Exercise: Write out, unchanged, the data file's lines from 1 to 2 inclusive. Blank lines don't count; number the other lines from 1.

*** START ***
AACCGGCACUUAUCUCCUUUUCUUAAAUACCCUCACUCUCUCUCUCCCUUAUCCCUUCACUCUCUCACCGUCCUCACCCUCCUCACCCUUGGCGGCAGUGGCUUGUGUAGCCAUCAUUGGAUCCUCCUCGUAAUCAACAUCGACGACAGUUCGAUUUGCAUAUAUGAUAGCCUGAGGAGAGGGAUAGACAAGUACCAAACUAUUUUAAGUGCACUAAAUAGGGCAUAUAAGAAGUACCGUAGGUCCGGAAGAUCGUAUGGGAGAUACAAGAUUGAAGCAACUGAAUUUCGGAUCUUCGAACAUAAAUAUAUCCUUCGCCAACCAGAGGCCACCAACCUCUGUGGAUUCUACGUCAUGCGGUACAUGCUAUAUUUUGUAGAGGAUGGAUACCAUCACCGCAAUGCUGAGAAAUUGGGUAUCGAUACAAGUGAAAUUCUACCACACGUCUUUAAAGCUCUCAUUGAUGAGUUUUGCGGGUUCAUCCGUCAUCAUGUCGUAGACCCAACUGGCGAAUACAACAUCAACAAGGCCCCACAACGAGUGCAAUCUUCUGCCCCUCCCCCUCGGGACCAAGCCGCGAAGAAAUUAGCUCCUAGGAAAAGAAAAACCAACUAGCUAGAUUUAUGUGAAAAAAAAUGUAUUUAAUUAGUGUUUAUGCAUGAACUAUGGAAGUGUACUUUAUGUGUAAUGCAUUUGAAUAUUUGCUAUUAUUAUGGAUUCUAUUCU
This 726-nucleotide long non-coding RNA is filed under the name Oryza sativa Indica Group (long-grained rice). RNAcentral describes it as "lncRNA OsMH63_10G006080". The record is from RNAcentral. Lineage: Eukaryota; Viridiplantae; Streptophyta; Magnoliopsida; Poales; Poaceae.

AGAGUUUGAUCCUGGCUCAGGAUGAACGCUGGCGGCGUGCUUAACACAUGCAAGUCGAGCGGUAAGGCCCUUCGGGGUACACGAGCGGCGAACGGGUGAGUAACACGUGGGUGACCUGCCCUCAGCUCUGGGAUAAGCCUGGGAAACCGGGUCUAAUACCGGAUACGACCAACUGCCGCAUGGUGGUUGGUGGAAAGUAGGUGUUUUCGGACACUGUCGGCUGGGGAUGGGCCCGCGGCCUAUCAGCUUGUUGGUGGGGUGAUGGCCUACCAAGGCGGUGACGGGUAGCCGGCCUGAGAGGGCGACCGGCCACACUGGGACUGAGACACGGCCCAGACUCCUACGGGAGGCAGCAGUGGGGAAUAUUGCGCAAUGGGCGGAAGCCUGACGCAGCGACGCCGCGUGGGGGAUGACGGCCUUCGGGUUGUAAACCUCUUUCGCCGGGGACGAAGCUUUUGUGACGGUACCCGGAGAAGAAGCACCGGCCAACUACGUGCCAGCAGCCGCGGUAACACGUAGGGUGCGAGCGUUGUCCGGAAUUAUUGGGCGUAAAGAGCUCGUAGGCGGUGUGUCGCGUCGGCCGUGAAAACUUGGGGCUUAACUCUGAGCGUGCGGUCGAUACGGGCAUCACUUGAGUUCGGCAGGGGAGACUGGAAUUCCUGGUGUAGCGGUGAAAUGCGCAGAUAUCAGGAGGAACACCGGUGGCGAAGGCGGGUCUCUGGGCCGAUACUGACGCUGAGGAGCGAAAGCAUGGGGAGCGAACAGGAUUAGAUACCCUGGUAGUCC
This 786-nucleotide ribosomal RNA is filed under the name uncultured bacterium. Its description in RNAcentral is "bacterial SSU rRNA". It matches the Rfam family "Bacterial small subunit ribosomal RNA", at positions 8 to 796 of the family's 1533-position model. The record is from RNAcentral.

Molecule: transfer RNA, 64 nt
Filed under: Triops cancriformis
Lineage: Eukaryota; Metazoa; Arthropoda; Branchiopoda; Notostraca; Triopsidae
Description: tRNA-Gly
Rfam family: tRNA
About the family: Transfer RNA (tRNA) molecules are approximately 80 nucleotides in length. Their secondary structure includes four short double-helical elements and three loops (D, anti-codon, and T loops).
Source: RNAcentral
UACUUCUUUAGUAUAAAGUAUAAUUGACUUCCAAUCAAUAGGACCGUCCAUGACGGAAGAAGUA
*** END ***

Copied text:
AACCGGCACUUAUCUCCUUUUCUUAAAUACCCUCACUCUCUCUCUCCCUUAUCCCUUCACUCUCUCACCGUCCUCACCCUCCUCACCCUUGGCGGCAGUGGCUUGUGUAGCCAUCAUUGGAUCCUCCUCGUAAUCAACAUCGACGACAGUUCGAUUUGCAUAUAUGAUAGCCUGAGGAGAGGGAUAGACAAGUACCAAACUAUUUUAAGUGCACUAAAUAGGGCAUAUAAGAAGUACCGUAGGUCCGGAAGAUCGUAUGGGAGAUACAAGAUUGAAGCAACUGAAUUUCGGAUCUUCGAACAUAAAUAUAUCCUUCGCCAACCAGAGGCCACCAACCUCUGUGGAUUCUACGUCAUGCGGUACAUGCUAUAUUUUGUAGAGGAUGGAUACCAUCACCGCAAUGCUGAGAAAUUGGGUAUCGAUACAAGUGAAAUUCUACCACACGUCUUUAAAGCUCUCAUUGAUGAGUUUUGCGGGUUCAUCCGUCAUCAUGUCGUAGACCCAACUGGCGAAUACAACAUCAACAAGGCCCCACAACGAGUGCAAUCUUCUGCCCCUCCCCCUCGGGACCAAGCCGCGAAGAAAUUAGCUCCUAGGAAAAGAAAAACCAACUAGCUAGAUUUAUGUGAAAAAAAAUGUAUUUAAUUAGUGUUUAUGCAUGAACUAUGGAAGUGUACUUUAUGUGUAAUGCAUUUGAAUAUUUGCUAUUAUUAUGGAUUCUAUUCU
This 726-nucleotide long non-coding RNA is filed under the name Oryza sativa Indica Group (long-grained rice). RNAcentral describes it as "lncRNA OsMH63_10G006080". The record is from RNAcentral. Lineage: Eukaryota; Viridiplantae; Streptophyta; Magnoliopsida; Poales; Poaceae.